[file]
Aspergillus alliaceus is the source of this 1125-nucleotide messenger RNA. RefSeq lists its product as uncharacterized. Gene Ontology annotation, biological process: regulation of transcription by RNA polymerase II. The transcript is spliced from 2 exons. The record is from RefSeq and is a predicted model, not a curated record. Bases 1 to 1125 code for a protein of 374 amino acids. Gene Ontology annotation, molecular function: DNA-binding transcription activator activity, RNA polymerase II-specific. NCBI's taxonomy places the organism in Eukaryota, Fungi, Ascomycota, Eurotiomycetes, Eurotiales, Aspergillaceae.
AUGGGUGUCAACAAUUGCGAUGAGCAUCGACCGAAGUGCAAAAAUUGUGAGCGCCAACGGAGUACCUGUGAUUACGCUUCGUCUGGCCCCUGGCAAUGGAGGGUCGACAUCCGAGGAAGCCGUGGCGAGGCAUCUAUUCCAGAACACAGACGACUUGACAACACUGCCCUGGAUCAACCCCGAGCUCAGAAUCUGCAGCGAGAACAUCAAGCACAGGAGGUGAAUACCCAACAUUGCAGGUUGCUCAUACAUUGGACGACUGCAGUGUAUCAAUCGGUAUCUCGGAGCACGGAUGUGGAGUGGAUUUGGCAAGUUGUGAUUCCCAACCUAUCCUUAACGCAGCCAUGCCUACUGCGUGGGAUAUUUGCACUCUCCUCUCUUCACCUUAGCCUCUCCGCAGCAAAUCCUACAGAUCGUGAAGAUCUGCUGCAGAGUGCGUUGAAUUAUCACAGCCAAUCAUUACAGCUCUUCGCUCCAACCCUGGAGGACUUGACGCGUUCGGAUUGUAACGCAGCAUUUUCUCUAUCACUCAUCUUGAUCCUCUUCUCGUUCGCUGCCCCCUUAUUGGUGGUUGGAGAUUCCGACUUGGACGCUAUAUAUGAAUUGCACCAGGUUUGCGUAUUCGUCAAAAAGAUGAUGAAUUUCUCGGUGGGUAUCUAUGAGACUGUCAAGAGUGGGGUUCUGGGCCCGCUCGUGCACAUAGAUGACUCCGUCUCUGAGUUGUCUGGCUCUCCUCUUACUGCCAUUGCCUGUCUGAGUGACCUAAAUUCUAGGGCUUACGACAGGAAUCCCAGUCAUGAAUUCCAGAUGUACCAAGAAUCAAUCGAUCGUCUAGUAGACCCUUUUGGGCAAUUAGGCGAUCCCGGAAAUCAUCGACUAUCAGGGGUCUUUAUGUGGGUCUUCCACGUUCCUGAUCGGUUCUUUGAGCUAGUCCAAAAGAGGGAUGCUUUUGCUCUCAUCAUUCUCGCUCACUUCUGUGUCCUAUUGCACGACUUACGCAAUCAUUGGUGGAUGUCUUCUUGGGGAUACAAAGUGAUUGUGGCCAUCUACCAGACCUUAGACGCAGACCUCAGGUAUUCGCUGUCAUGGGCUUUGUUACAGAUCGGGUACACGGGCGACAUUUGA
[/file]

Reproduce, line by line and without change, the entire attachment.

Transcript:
Aspergillus alliaceus is the source of this 1125-nucleotide messenger RNA. RefSeq lists its product as uncharacterized. Gene Ontology annotation, biological process: regulation of transcription by RNA polymerase II. The transcript is spliced from 2 exons. The record is from RefSeq and is a predicted model, not a curated record. Bases 1 to 1125 code for a protein of 374 amino acids. Gene Ontology annotation, molecular function: DNA-binding transcription activator activity, RNA polymerase II-specific. NCBI's taxonomy places the organism in Eukaryota, Fungi, Ascomycota, Eurotiomycetes, Eurotiales, Aspergillaceae.
AUGGGUGUCAACAAUUGCGAUGAGCAUCGACCGAAGUGCAAAAAUUGUGAGCGCCAACGGAGUACCUGUGAUUACGCUUCGUCUGGCCCCUGGCAAUGGAGGGUCGACAUCCGAGGAAGCCGUGGCGAGGCAUCUAUUCCAGAACACAGACGACUUGACAACACUGCCCUGGAUCAACCCCGAGCUCAGAAUCUGCAGCGAGAACAUCAAGCACAGGAGGUGAAUACCCAACAUUGCAGGUUGCUCAUACAUUGGACGACUGCAGUGUAUCAAUCGGUAUCUCGGAGCACGGAUGUGGAGUGGAUUUGGCAAGUUGUGAUUCCCAACCUAUCCUUAACGCAGCCAUGCCUACUGCGUGGGAUAUUUGCACUCUCCUCUCUUCACCUUAGCCUCUCCGCAGCAAAUCCUACAGAUCGUGAAGAUCUGCUGCAGAGUGCGUUGAAUUAUCACAGCCAAUCAUUACAGCUCUUCGCUCCAACCCUGGAGGACUUGACGCGUUCGGAUUGUAACGCAGCAUUUUCUCUAUCACUCAUCUUGAUCCUCUUCUCGUUCGCUGCCCCCUUAUUGGUGGUUGGAGAUUCCGACUUGGACGCUAUAUAUGAAUUGCACCAGGUUUGCGUAUUCGUCAAAAAGAUGAUGAAUUUCUCGGUGGGUAUCUAUGAGACUGUCAAGAGUGGGGUUCUGGGCCCGCUCGUGCACAUAGAUGACUCCGUCUCUGAGUUGUCUGGCUCUCCUCUUACUGCCAUUGCCUGUCUGAGUGACCUAAAUUCUAGGGCUUACGACAGGAAUCCCAGUCAUGAAUUCCAGAUGUACCAAGAAUCAAUCGAUCGUCUAGUAGACCCUUUUGGGCAAUUAGGCGAUCCCGGAAAUCAUCGACUAUCAGGGGUCUUUAUGUGGGUCUUCCACGUUCCUGAUCGGUUCUUUGAGCUAGUCCAAAAGAGGGAUGCUUUUGCUCUCAUCAUUCUCGCUCACUUCUGUGUCCUAUUGCACGACUUACGCAAUCAUUGGUGGAUGUCUUCUUGGGGAUACAAAGUGAUUGUGGCCAUCUACCAGACCUUAGACGCAGACCUCAGGUAUUCGCUGUCAUGGGCUUUGUUACAGAUCGGGUACACGGGCGACAUUUGA